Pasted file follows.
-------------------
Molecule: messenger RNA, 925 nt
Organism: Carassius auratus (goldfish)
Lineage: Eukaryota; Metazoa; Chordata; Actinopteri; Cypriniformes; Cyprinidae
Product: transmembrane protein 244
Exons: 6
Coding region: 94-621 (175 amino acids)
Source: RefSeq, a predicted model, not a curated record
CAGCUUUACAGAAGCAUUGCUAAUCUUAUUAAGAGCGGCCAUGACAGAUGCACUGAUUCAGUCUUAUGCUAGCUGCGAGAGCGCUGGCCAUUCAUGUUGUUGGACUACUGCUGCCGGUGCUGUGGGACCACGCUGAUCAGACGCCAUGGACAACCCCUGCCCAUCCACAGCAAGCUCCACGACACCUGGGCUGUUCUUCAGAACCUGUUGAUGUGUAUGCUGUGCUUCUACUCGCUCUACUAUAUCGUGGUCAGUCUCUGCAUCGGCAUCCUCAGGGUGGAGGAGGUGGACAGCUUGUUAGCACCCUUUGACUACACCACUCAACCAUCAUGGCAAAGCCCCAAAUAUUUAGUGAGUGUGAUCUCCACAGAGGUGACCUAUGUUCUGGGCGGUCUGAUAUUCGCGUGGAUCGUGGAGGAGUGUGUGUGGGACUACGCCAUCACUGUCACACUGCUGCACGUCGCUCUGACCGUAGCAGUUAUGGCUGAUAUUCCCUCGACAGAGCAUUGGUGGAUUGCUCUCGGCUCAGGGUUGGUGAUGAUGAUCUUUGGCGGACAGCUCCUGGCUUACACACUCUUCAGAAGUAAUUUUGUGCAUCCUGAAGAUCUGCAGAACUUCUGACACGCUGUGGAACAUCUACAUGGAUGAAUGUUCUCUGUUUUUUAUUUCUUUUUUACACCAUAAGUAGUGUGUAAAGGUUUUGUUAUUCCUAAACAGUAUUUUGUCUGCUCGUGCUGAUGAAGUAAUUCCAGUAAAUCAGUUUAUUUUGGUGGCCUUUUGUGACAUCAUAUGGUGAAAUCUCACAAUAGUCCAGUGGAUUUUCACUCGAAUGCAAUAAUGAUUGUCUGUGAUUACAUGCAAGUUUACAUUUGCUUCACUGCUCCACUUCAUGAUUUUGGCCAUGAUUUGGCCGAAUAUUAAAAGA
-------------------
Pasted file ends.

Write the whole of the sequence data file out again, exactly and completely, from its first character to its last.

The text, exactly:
Molecule: messenger RNA, 925 nt
Organism: Carassius auratus (goldfish)
Lineage: Eukaryota; Metazoa; Chordata; Actinopteri; Cypriniformes; Cyprinidae
Product: transmembrane protein 244
Exons: 6
Coding region: 94-621 (175 amino acids)
Source: RefSeq, a predicted model, not a curated record
CAGCUUUACAGAAGCAUUGCUAAUCUUAUUAAGAGCGGCCAUGACAGAUGCACUGAUUCAGUCUUAUGCUAGCUGCGAGAGCGCUGGCCAUUCAUGUUGUUGGACUACUGCUGCCGGUGCUGUGGGACCACGCUGAUCAGACGCCAUGGACAACCCCUGCCCAUCCACAGCAAGCUCCACGACACCUGGGCUGUUCUUCAGAACCUGUUGAUGUGUAUGCUGUGCUUCUACUCGCUCUACUAUAUCGUGGUCAGUCUCUGCAUCGGCAUCCUCAGGGUGGAGGAGGUGGACAGCUUGUUAGCACCCUUUGACUACACCACUCAACCAUCAUGGCAAAGCCCCAAAUAUUUAGUGAGUGUGAUCUCCACAGAGGUGACCUAUGUUCUGGGCGGUCUGAUAUUCGCGUGGAUCGUGGAGGAGUGUGUGUGGGACUACGCCAUCACUGUCACACUGCUGCACGUCGCUCUGACCGUAGCAGUUAUGGCUGAUAUUCCCUCGACAGAGCAUUGGUGGAUUGCUCUCGGCUCAGGGUUGGUGAUGAUGAUCUUUGGCGGACAGCUCCUGGCUUACACACUCUUCAGAAGUAAUUUUGUGCAUCCUGAAGAUCUGCAGAACUUCUGACACGCUGUGGAACAUCUACAUGGAUGAAUGUUCUCUGUUUUUUAUUUCUUUUUUACACCAUAAGUAGUGUGUAAAGGUUUUGUUAUUCCUAAACAGUAUUUUGUCUGCUCGUGCUGAUGAAGUAAUUCCAGUAAAUCAGUUUAUUUUGGUGGCCUUUUGUGACAUCAUAUGGUGAAAUCUCACAAUAGUCCAGUGGAUUUUCACUCGAAUGCAAUAAUGAUUGUCUGUGAUUACAUGCAAGUUUACAUUUGCUUCACUGCUCCACUUCAUGAUUUUGGCCAUGAUUUGGCCGAAUAUUAAAAGA